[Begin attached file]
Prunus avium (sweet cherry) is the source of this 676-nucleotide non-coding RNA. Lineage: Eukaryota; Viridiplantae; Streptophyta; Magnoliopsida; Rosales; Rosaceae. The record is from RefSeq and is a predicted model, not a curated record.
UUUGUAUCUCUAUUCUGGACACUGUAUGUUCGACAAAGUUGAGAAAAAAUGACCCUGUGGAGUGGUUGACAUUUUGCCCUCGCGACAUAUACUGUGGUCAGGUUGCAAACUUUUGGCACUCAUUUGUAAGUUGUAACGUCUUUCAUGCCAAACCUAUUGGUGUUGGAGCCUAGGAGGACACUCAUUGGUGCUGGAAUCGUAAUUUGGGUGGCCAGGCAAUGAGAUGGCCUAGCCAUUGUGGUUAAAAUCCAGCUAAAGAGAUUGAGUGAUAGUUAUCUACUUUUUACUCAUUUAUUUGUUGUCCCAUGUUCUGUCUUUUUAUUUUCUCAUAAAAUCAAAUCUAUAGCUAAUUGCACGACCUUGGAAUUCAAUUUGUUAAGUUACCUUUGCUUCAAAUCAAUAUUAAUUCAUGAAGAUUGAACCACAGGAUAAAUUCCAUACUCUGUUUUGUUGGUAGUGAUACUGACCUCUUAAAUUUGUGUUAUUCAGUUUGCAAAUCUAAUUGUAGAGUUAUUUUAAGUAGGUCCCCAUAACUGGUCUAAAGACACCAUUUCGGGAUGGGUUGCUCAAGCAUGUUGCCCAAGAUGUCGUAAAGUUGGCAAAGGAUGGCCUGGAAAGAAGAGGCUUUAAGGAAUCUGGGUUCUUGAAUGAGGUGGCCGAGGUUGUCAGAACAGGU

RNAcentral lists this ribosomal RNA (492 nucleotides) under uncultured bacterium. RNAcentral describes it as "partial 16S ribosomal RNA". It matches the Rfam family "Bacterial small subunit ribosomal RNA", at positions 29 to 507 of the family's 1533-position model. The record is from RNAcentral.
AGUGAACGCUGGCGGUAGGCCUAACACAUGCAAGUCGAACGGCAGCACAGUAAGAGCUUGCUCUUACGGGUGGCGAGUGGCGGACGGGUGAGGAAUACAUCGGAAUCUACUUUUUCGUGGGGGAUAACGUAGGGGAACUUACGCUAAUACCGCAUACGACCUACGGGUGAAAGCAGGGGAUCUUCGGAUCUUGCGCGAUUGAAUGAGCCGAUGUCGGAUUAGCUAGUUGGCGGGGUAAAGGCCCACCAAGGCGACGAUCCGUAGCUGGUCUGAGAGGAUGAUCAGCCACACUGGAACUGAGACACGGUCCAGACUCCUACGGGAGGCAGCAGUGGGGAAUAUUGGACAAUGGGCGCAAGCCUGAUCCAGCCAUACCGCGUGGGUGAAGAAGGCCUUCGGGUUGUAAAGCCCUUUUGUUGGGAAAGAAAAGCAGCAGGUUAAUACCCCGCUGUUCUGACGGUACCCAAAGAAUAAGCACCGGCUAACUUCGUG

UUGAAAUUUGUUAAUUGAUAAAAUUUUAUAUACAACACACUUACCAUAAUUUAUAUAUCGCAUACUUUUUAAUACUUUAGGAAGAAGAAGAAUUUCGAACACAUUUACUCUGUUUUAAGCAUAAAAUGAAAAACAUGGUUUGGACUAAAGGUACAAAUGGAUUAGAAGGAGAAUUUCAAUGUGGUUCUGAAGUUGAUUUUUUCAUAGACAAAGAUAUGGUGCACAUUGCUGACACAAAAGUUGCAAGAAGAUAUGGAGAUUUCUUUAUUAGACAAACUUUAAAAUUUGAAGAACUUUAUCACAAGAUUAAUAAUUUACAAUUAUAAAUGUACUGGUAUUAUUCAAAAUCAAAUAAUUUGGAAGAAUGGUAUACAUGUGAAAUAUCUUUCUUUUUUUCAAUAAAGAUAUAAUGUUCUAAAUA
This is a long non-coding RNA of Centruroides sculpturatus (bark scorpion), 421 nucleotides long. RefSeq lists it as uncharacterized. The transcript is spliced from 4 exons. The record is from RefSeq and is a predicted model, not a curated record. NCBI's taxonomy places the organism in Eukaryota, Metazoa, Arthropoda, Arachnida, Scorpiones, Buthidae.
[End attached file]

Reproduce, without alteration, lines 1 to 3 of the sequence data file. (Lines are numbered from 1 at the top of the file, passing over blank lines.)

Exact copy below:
Prunus avium (sweet cherry) is the source of this 676-nucleotide non-coding RNA. Lineage: Eukaryota; Viridiplantae; Streptophyta; Magnoliopsida; Rosales; Rosaceae. The record is from RefSeq and is a predicted model, not a curated record.
UUUGUAUCUCUAUUCUGGACACUGUAUGUUCGACAAAGUUGAGAAAAAAUGACCCUGUGGAGUGGUUGACAUUUUGCCCUCGCGACAUAUACUGUGGUCAGGUUGCAAACUUUUGGCACUCAUUUGUAAGUUGUAACGUCUUUCAUGCCAAACCUAUUGGUGUUGGAGCCUAGGAGGACACUCAUUGGUGCUGGAAUCGUAAUUUGGGUGGCCAGGCAAUGAGAUGGCCUAGCCAUUGUGGUUAAAAUCCAGCUAAAGAGAUUGAGUGAUAGUUAUCUACUUUUUACUCAUUUAUUUGUUGUCCCAUGUUCUGUCUUUUUAUUUUCUCAUAAAAUCAAAUCUAUAGCUAAUUGCACGACCUUGGAAUUCAAUUUGUUAAGUUACCUUUGCUUCAAAUCAAUAUUAAUUCAUGAAGAUUGAACCACAGGAUAAAUUCCAUACUCUGUUUUGUUGGUAGUGAUACUGACCUCUUAAAUUUGUGUUAUUCAGUUUGCAAAUCUAAUUGUAGAGUUAUUUUAAGUAGGUCCCCAUAACUGGUCUAAAGACACCAUUUCGGGAUGGGUUGCUCAAGCAUGUUGCCCAAGAUGUCGUAAAGUUGGCAAAGGAUGGCCUGGAAAGAAGAGGCUUUAAGGAAUCUGGGUUCUUGAAUGAGGUGGCCGAGGUUGUCAGAACAGGU

RNAcentral lists this ribosomal RNA (492 nucleotides) under uncultured bacterium. RNAcentral describes it as "partial 16S ribosomal RNA". It matches the Rfam family "Bacterial small subunit ribosomal RNA", at positions 29 to 507 of the family's 1533-position model. The record is from RNAcentral.